Busy, Busy, Busy

I call my dad daily, and I never know what the call will bring. Even though his memory consistently and exceedingly slips away from him, his imagination makes up for what his memory lacks.

Yesterday when I called, he told me he didn’t have time to talk. He was too busy. Now what could an old geezer have going on while hanging out in the Alzheimer’s unit of a nursing home? It is anyone’s guess. How could he be too busy to take a phone call? Though my curiosity was certainly peaked, I knew there was no point in trying to find out. I certainly didn’t have his attention. So I simply told him that I called to wish him a good evening and that I would call again tomorrow. He told me that would be better, and he would expect my call tomorrow.

The next day when I called, my dad said they (he and other residents) were trying to decide if they should go home. I told him that dinner would be served in about 45 minutes and so perhaps they should eat dinner and then decide what to do. He was surprised to find out about dinner and asked me to wait a minute while he told them. He set down the phone and announced with great importance, “They are going to serve dinner soon.” We both were resolute that the situation was now in hand and said goodbye. I pictured a revolting group of oldsters, set to leave in mass exodus with my dad as ringleader. Luckily, they were easily placated by the idea of dinner being served.

Busy indeed.

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6 Responses to “Busy, Busy, Busy”

  1. writerchick Says:

    Oh PG, this reminds me of the Twilight Zone episode where the old folks all manage to revert to their childhood and run away. Somehow he manages to have an Alice in Wonderland existence despite it all. Bless his heart. I hope he had a good dinner that night.
    WC

  2. Popsgirl Says:

    If he could only remember the dinner, I could ask, but I’m afraid that dinner has joined a myriad of long forgotten other dinners. After all, he was surprised to learn that dinner was going to be served. I know what you mean about the Twilight Zone episode. I guess what I’m learning here is that when all else is failing, you still have your imagination and its creative outlet. I’m just glad that he seems to be having fun, drumming up excitement any way he can.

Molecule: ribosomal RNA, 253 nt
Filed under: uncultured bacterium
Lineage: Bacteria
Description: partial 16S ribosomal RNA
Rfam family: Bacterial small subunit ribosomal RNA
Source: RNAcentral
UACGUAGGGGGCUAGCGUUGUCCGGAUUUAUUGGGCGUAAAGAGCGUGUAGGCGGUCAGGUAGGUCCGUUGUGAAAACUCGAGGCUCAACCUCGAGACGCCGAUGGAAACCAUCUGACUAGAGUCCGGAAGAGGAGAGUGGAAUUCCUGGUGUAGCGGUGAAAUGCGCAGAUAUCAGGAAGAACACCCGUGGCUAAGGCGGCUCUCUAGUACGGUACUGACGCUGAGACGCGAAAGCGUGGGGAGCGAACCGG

~ PG

  3. Kenzie Says:

    I remember that episode of Twilight Zone.

    I like your writing, by the way, and look forward to reading more.

  4. michaelm Says:

    I can relate, PG.
    I remember many days when my mother would call on a cordless phone while barricaded in the closet because ‘someone was there to get her’.
    Though I miss my mother terribly, I don’t miss those days.
    Someday you may read about the day they lost my father at the assisted living facility. Amazing story.
    Hang in there. You know where I am if you need someone to rant to.
    Be safe, be well…
    ~m

  5. Mona Johnson Says:

    I’ve been visiting blogs tonight, trying to catch up on what everyone’s doing. Seems like a lot of bloggers are frustrated with communications or conversational difficulties with their parents and grandparents this week. But I wonder if the parents and grandparents feel the same way? I think it’s just important that you called your dad, and not really that important what the conversation was about. I know it’s hard, though, especially when you’re long distance.

  6. Popsgirl Says:

    Thanks Kenzie. I’m glad you’re enjoying my blog.

    Michael–Boy, that must have been tough. I can certainly understand how you don’t miss those days. Thanks for your support Michael. I really appreciate it.

    Mona, I think you’re right. I’ve decided too that it doesn’t much matter what I talk about with my dad. What’s important is that he knows I’m thinking about him and that I care.

    ~ PG

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